See campaigns get complicated when you’ve written for so many Democrats. Not only had I written for Senator Edwards, but I had also been Senator Hillary Clinton’s speechwriter. Senator Joe Biden is a “good looking” man and his care after my father almost died from an aneurysm is the kind of kindness you never forget. When I saw Edwards at a traffic light in D.C. about a year after our meeting, he asked for help and I did and it was an honor to help him with his concession speech. And when the primary ended, it was a privilege to help Michelle Obama with a stump speech, be considered as a speechwriter for the V.P. nominee again, and send friends in Chicago ideas until the financial crisis hit. This is what the Democratic Party has been for me; it’s family. Now, it doesn’t even feel like a distant cousin.
This drift started on a personal level with the fall of former Senator John Edwards. It got stronger during the Democratic National Convention when I counted the substantive mentions of poverty on one hand and a whole bunch of bad canned partisan lines against Senator John McCain. Some faith was lifted after Senator Hillary Clinton’s grace during a difficult hour. But that faith was dashed when I saw that someone had raided the Caligula set and planted the old columns at Invesco Field.
The final straw came the other week when Samuel Joseph Wurzelbacher (a.k.a Joe the Plumber) asked a question about higher taxes for small businesses. Instead of celebrating his aspirations, they were mocked. He wasn’t “a real plumber,” and “They’re fighting for Joe the Hedge-Fund manager,” and the patronizing, “I’ve got nothing but love for Joe the Plumber.”
Having worked in politics, I know that absolutely none of this is on the level. This back and forth is posturing, a charade, and a political game. These lines are what I refer to as “hooker lines”—a sure thing to get applause and the press to scribble as if they’re reporting meaningful news.
As the nation slouches toward disaster, the level of political discourse is unworthy of this moment in history. We have Republicans raising Ayers and Democrats fostering ageism with “erratic” and jokes about Depends. Sexism. Racism. Ageism and maybe some Socialism have all made their ugly cameos in election 2008. It’s not inspiring. Perhaps this is why I found the initial mocking of Joe so offensive and I realized an old line applied: “I didn’t leave the Democratic Party; the Democratic Party left me.”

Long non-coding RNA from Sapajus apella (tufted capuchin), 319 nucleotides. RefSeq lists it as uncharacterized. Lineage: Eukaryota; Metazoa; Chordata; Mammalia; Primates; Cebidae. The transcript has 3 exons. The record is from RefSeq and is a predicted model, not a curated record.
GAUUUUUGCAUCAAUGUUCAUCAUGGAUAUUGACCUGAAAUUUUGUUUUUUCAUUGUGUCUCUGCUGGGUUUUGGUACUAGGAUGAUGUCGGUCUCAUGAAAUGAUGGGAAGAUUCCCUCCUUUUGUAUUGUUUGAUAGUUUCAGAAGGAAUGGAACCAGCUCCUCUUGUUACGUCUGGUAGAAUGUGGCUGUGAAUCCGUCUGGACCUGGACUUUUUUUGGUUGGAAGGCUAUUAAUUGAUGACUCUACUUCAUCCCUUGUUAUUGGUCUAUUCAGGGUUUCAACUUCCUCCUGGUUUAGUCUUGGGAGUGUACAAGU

The quote was Ronald Reagan's, of course, which is liable to make our militant friends on the other side simply discount it. Wendy Button's story, however, is not isolated. Many a good Democrat have been picked on and put down, and ultimately pushed out. As I have pointed out in this space before, if my interest in politics could be considered familial, it comes from the maternal side of my family, where I come from a long line of politically involved Democrats. My Grandfather left the Democratic Party largely because he also felt disconnected from the political order that he once considered to be much like a family. He often said that in his younger days, being a Democrat was second nature. Democrats are quite good at crapping on their own, as well as showing the depths of their hypocrisy.
What planet am I living on? Everyone knows that when it comes to appearance, there’s a double standard for women politicians. Remember the speech Speaker Pelosi gave on the floor the day of the bailout vote? Check out how many stories commented on her hair that day and how many mentioned Congressman Barney Frank’s.
Here we are discussing Governor Palin’s clothes—oh wait, now we’re on to the make-up—not what either man is going to do to save our economy. This isn’t an accident. It is part of a manufactured narrative that she is stupid.
Governor Palin and I don’t agree on a lot of things, mostly social issues. But I have grown to appreciate the Governor. I was one of those initial skeptics and would laugh at the pictures. Not anymore. When someone takes on a corrupt political machine and a sitting governor, that is not done by someone with a low I.Q. or a moral core made of tissue paper. When someone fights her way to get scholarships and work her way through college even in a jagged line, that shows determination and humility you can’t learn from reading Reinhold Niebuhr. When a mother brings her son with special needs onto the national stage with love, honesty, and pride, that gives hope to families like mine as my older brother lives with a mental disability. And when someone can sit on a stage during the Sarah Palin rap on Saturday Night Live, put her hands in the air and watch someone in a moose costume get shot—that’s a sign of both humor and humanity.
Has she made mistakes? Of course, she’s human too. But the attention paid to her mistakes has been unprecedented compared to Senator Obama’s “57 states” remarks or Senator Biden using a version of the Samuel Johnson quote, “There’s nothing like a hanging in the morning to focus a man’s thoughts.”
I can no longer justify what this party has done and can’t dismiss the treatment of women and working people as just part of the new kind of politics. It’s wrong and someone has to say that. And also say that the Democratic Party’s talking points—that Senator John McCain is just four more years of the same and that he’s President Bush—are now just hooker lines that fit a very effective and perhaps wave-winning political argument…doesn’t mean they’re true. After all, he is the only one who’s worked in a bipartisan way on big challenges.
Before I cast my vote, I will correct my party affiliation and change it to No Party or Independent. Then, in the spirit of election 2008, I’ll get a manicure, pedicure, and my hair done. Might as well look pretty when I am unemployed in a city swimming with “D’s.”